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Melisa Farill Talancon

Nutrition Consultant,

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What is the best diet for weight loss and keeping it off?

I'm trying to put EVERYTHING into the equation: animal rights, ethics, economy, lifestyle, culinary arts, healthcare priorities and above all, reality...what works best and stays that way?

Vegan, local, paleo, moderation? All of these?

Are dairy products really bad for us? Since when? Worse than fast food? Is sugar really worse than honey?


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    Jul 1 2013: rule number one: if a diet has a name, it is bullshit.
    rule number two: if a diet can be summarized in five or less sentences, it is bullshit.

    you will not be able to eat in a healthy way unless you learn the basics of nutrition. you need to understand what fats are, what types there are, what foods contain what fats and in what amounts. you need to understand what carbs are, what types there are, what foods contain what carbs, what is the insulin index, what is the glycemic index, what foods have high and low indexes. you have to be familiar with the most important vitamins, their effects and sources. and so on, proteins, minerals, fiber.

    you need to be able to approximate the calories, carbs, fats of a food just by roughly knowing its ingredients, at a glance. you need to be able to "feel" if your diet lacks some key component just by remembering what you have eaten the last week. you have to feel bad eating hamburger patty with cheese, white bun and fries, as you automatically head-calculate the absolute lack of minor nutrients in this mountain of calories. you can simply recall low calorie or low fat foods if you feel like eating too much calories or fat lately.

    if you possess this basic knowledge, you don't need to follow a diet. you can vary your diet freely, and still be healthy.
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      Jul 1 2013: Here is a "short" list of diet fads....


      You make a valid point.

      Eating natural foods....not processed, and varying your diet by eating foods that are in season helps keep your diet balanced....for example, now that it is summer here, enjoying berries, and mangos, and peaches and nectarines, along with all the seasonal vegetables, is a healthy choice.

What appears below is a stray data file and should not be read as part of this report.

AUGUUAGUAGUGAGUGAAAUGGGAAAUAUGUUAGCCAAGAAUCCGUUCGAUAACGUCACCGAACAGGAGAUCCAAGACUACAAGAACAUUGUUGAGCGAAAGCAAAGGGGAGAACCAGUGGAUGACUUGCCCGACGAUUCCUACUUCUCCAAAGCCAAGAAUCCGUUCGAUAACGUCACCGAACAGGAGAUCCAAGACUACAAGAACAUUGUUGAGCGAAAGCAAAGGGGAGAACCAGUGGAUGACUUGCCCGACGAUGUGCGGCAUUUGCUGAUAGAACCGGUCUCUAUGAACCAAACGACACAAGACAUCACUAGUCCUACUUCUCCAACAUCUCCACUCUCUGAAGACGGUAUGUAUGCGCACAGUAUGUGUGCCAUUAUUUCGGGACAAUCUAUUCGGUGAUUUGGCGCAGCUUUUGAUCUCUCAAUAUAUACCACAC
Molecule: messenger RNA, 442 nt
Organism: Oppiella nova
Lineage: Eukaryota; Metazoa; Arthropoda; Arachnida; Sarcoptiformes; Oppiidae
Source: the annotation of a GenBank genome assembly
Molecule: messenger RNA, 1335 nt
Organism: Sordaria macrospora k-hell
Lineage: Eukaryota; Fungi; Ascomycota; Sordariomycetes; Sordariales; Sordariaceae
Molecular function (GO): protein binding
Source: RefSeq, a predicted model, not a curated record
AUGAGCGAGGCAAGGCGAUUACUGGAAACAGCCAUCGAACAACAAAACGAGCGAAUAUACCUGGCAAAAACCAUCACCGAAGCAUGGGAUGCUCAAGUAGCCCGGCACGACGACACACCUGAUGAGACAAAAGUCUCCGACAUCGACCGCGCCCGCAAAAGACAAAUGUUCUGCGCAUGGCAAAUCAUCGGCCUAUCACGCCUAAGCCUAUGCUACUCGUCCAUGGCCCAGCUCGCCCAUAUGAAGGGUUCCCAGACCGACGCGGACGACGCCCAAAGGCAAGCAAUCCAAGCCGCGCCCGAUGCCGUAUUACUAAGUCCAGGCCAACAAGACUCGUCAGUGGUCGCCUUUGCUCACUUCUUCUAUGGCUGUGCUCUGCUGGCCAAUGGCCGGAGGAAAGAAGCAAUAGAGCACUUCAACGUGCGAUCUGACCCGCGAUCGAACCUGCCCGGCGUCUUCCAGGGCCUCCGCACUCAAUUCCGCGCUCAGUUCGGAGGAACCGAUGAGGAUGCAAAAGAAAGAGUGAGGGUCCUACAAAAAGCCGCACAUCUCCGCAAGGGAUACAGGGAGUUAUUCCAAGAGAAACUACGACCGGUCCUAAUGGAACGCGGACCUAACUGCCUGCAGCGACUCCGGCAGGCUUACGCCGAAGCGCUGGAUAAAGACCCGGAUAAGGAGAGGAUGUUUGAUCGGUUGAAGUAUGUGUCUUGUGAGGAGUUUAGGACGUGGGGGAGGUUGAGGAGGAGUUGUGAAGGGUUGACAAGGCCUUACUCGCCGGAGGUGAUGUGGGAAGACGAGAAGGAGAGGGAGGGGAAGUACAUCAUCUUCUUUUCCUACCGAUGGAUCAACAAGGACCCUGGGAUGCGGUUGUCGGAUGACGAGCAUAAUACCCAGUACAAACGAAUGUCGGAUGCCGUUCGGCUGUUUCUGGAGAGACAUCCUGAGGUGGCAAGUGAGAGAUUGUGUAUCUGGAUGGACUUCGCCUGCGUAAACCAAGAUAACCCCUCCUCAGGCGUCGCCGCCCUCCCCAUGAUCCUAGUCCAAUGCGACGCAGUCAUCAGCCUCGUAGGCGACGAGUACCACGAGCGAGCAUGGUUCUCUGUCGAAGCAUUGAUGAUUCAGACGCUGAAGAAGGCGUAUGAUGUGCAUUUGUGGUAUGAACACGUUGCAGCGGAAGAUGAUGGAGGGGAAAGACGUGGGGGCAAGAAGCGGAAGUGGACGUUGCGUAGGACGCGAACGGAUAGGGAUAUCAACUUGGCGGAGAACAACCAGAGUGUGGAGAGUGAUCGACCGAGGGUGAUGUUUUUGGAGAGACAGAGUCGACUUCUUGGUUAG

Moderation in portions and exercise also play a key role, imho.

      I think that people want quick fixes Krisztian......and they rather spend a buck on a quick fix, then to bring home healthy alternatives and have to prepare their meal.

      Is there an obesity problem in Hungary?
      Is there alot of processed food in your markets, or do people eat mostly fresh ingredients?
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        Jul 1 2013: "Is there an obesity problem in Hungary?"

        somewhat, but the main problem is circulatory diseases. number one cause of death is heart attack, stroke and the like, by far. let me add that a typical hungarian diet consists of pork, potato and white flour and dairy products and egg. sure i'm exaggerating, but not much.

        "Is there alot of processed food in your markets"

        some, but much less than in the US or west EU. i would say majority of the food consumed is made of fresh ingredients, either home made, or made by restaurant / food delivery. they use relatively few processed ingredients, save by weird cooking greases and things like that. chicken nugget is not part of hungarian cuisine. alas, sausages containing 4% meat are. i would assert that processed food consumption is proportional to GDP. should the hungarian GDP double, we would eat just as much quasi-food as americans do. chips and soda are here already.
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          Jul 2 2013: Do you think that the circulatory diseases are directly linked to their diet?
          Or do you think that at this point it is a hereditary issue?

          Let's hope Hungary keeps to the fresh ingredients and they are smart enough to not adopt all kinds of quasi-foods.
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        Jul 2 2013: i would go with diet + other habits, but it is just a wild guess.

        i would not trust a hope that we are any smart. why would we be any smarter than americans? teens want to go to mcdonalds all the time.

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